The side effect of me now having a much better handcycle,
aerodynamically speaking, is that I have new questions:

- What should I expect for average speed given stop signs and wind for a given route?
- If I expend a given wattage of work (let’s say a constant 125 watts) over a route with a zero wind speed, what should I expect for bike speed if the wind is xx miles per hour ?
- What happens to speed when I add stop signs to a route?
- If I know my bike’s aerodynamic coefficient, the wind speed, and the number of stop signs for a give GPX route, can I calculate my average wattage?

One reason I want this information is, I am thinking about
doing the 24hr Sebring. I have completed
the 12 hour Calvin’s Challenge for which I rode 193.5 miles at 16.4 mph average
(with an aerodynamically awful bike).
The handcycling WR for 24 hour is 403 miles at just under 17 mph
average. The Sebring course is VERY flat
whereas the Calvin’s Challenge is far from flat. So an enhance bike calculator can show me the
expected difference.

I could not find a cycling calculator that answers the above
questions

**given a GPX route**– so I wrote my own. This calculator takes a GPX route and does all the hard math along the many waypoints. Most of the GPX routes (like those from MapMyRide or RideWithGPS), show a latitude/longitude/elevation for every 10 meters or so along the route. With the lat/long/elev, one can then calculate the distance and slope from waypoint to waypoint. With a known wind speed and wind direction, and the above information, one can then calculate the average speed for the route for a given constant energy (wattage) output.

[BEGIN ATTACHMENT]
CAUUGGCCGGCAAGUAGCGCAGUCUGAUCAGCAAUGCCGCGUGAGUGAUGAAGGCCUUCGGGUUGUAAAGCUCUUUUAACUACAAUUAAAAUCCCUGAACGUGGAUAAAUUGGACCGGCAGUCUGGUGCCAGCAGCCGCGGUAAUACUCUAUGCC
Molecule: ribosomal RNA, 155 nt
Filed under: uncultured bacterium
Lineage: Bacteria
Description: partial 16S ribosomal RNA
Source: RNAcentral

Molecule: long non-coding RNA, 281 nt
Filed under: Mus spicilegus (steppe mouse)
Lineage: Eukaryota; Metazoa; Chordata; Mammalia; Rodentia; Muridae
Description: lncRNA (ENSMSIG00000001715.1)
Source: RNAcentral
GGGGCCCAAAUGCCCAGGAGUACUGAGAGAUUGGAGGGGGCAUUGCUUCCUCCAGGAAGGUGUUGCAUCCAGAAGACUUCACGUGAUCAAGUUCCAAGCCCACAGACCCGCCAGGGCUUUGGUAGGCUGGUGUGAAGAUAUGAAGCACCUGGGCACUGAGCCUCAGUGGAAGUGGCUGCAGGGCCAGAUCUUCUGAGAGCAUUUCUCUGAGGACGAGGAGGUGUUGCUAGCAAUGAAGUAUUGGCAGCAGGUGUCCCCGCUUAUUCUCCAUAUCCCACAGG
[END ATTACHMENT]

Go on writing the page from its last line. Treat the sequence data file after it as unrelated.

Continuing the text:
With all the waypoint-to-waypoint and wind information, the
calculations become “interesting.” Let’s
say from one waypoint to the next waypoint, there is an upward slope. In order
to maintain the constant wattage (again for this example – 125 watts), the
cyclist is going to slow due to the climb.
But when the cyclist then moves on to the next waypoint that is for this
example, flat, the cyclist speeds up.
But the acceleration from one speed to another requires work. That work might
limit the speed in order to maintain a constant 125 watts. Also, the rolling resistance will increase or
decrease with speed. All of this can be
calculated.

Acceleration and speed are manipulated all along the route
in order to maintain a constant 125 watts of power.

With my calculator, one can also throw in any number of stop
signs for the route. For each stop sign,
the cyclist is slowed to 0 mph and then then cyclist must accelerate up to 125
watts. The average speed drops at the
stop and then moves up during acceleration. The slope may help (or hinder)
acceleration.

All of the above calculations take into account the wind
direction, cyclist/bike weight, rolling resistance and drive-train
efficiency.

So what is the result?
For my bike, I found that the aerodynamics is so good, that in order to
improve the performance of the bike, the bike must lose weight! I am 6”-3” and 190 lbs. I can lose a few more pounds – but not many. As well, relative to handcycling, the amputee
handcyclist is always going to beat the legged one – unless the amputee is
really fat – given that everything else is equal.

Here is the result for standard workout without wind and
without stop signs.

If I add the 15 stop signs:

What if I use the same input data applied to the Sebring 3.6
mile course with zero elevation change:

So, as you can see from the above, I “should” be able to go
about a 1.66 MPH faster on the Sebring track with the same effort as my nightly
workout. Of course I do not expect to
average 19 MPH. So what do can I expect
for average output if I were to maintain 17.4 MPH on the Sebring track?

If I were to change the front fork on my bike in order to accommodate
a regular derailleur (I have a heavy I-Motion 9 transmission now), I will drag
around far less weight. Currently, I use
the transmission so that I can shift down at a stop sign. I have over-stressed my shoulders to many
times by getting caught in the wrong gear at a stop with fast cross traffic. But I should not have that problem on the
Sebring track. Here is the calculations
with less weight:

As you can see, the weight difference (10 lbs) allows me to
go about a ½ MPH faster (or use less energy) on the Sebring track. That is a huge change! Anyone that has done long distance events,
know the difficulty of gaining just a tenth of a MPH increase over many hours.